At NetVision, we hear from numerous organizations who are looking for help with cleaning up permissions that have gotten out of control over time. David Rowe explains the challenges and provides some tips on how to tackle the job in this ESJ article titled Coming Clean: Getting a Handle on Permissions and Group Memberships.
We’re looking for an experienced engineer to help with software builds, installation, and configuration management. More details here.
Today, NetVision announced our partnership with Sparxent. More details here.
Quoted from the release:
“Today’s enterprises are strapped for resources and very often lack the expertise needed to meet compliance and audit demands,” said David Rowe, CEO of NetVision, Inc. “We’re pleased to be partnering with a value-add solutions developer like Sparxent who brings a true ground-level understanding of the business challenges related to audit and compliance. We see Sparxent as an integral part in extending our reach here and in the EMEA, where our customers will receive hands-on, localized support professionals to help them improve their audit results.”
As one of the few vendors who evaluate both access-related events and states we’re always looking for meaningful ways to combine the two. By some definitions this is called “context”. I think that’s too scientific; defining the combination of data points as providing context when in fact – it’s simply the answer. I say this based on increasingly frequent discussions with prospective customers who – rightly – say, “well, if you have this very rich information it’s very titillating but what I’m really after is…..[pick your daily job-related outcome].” So, I hypothesize, that data from a SEIM or a query tool or any other mechanism is simply data if provided without context. And with the right context it’s merely the answer. Here’s a new tagline. “Expect Answers”
A recent edition of NetVision’s monthly newsletter AuditMonthly discussed the issues of permission bloat and group clean up. There are some focus areas outlined in one of our solutions pages: Active Directory Group Clean Up. We can help you get your arms around the issue, identify low hanging fruit, and clean things up.
There’s a new white paper on the NetVision Knowledge page titled:
The Business Value of Effective Audit
Effective access auditcan be a powerful business enabler providing significant value beyond protecting against malicious insiders. This paper identifies the business challenge, how the industry is approaching the challenge, and NetVision’s unique approach to access rights reporting and monitoring.
NetVision will soon be announcing availability of our Microsoft Exchange monitoring capabilities. Indepent of Microsoft event logs, this solution will enable you to monitor message, calendar, contact, and task activity. Events can be triggered based on whether the initiator is the mailbox owner as well as event filtering by subsets of users. So, for example, if a help desk user sends a message from your CEO, you might want to take different action than if the CEO’s assistant sends a message from that account.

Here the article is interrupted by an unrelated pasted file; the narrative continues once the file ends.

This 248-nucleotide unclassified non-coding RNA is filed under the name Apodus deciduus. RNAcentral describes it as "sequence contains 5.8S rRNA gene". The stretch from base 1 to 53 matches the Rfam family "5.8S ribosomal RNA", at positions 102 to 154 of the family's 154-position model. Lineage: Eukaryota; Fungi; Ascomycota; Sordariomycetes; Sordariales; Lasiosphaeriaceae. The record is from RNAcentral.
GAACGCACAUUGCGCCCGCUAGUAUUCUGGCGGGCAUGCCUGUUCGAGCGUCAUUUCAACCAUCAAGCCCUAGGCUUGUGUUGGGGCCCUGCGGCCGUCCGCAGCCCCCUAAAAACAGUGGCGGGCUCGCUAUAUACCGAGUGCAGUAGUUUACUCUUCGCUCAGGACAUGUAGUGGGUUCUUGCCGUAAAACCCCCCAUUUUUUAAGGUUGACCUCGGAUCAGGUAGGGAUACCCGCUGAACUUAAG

If you’d like us to keep you updated on the Exchange monitoring release, please let us know.
NetVision today released an updated version of Access Rights Inspector Single Server Edition. The new version applies a fix to issues related to large volume size and the initial file/folder rights scan. The SSE version is a free 30-day trial providing access rights reports on a single server.
Access Rights Inspector SSE enables users to select user accounts/groups and files/folders to generate custom reports on access rights based on those selections.
Available Reports include:
- Effective Rights: calculates permissions based on group memberships, inherited rights, ownership, and more.
- Explicit Rights: provides explicit permission settings for selected accounts and resources.
- Deny ACEs: provides a list of all locations where permissions are explicitly denied.
In a new paper for NetVision customers titled Active HIPAA Response, we break down the security and privacy requirements found within the HIPAA regulation text and map NetVision policies and reports to those requirements. While organizations need to perform discovery of Protected Health Information (PHI), NetVision’s HIPAA compliance pack provides quick setup of compliance reporting related to Windows file system and Active Directory for complete coverage of Microsoft networking platforms. The HIPAA package is also available for Novell networking environments. NetVision isn’t claiming to make anyone compliant with a set of canned reports. But, if you’re concerned about HIPAA requirements, the HIPAA compliance pack automates the creation of a set of reports that map to the areas within HIPAA for which NetVision can help. Let us know if you’d like more information!
According to the two TechNet articles below, a user with the ‘take ownership’ permission on a file or folder should be able to assign ownership to a group of which they’re a member. Unfortunately, it doesn’t seem to work that way. An error is thrown indicating that the user should have ‘restore files and directories’ permission in order to assign ownership to a group.
Thanks! to FK for raising the issue (which contradicts information in the NetVision paper on Windows Access Rights) It’s a fairly obscure find, but worth understanding.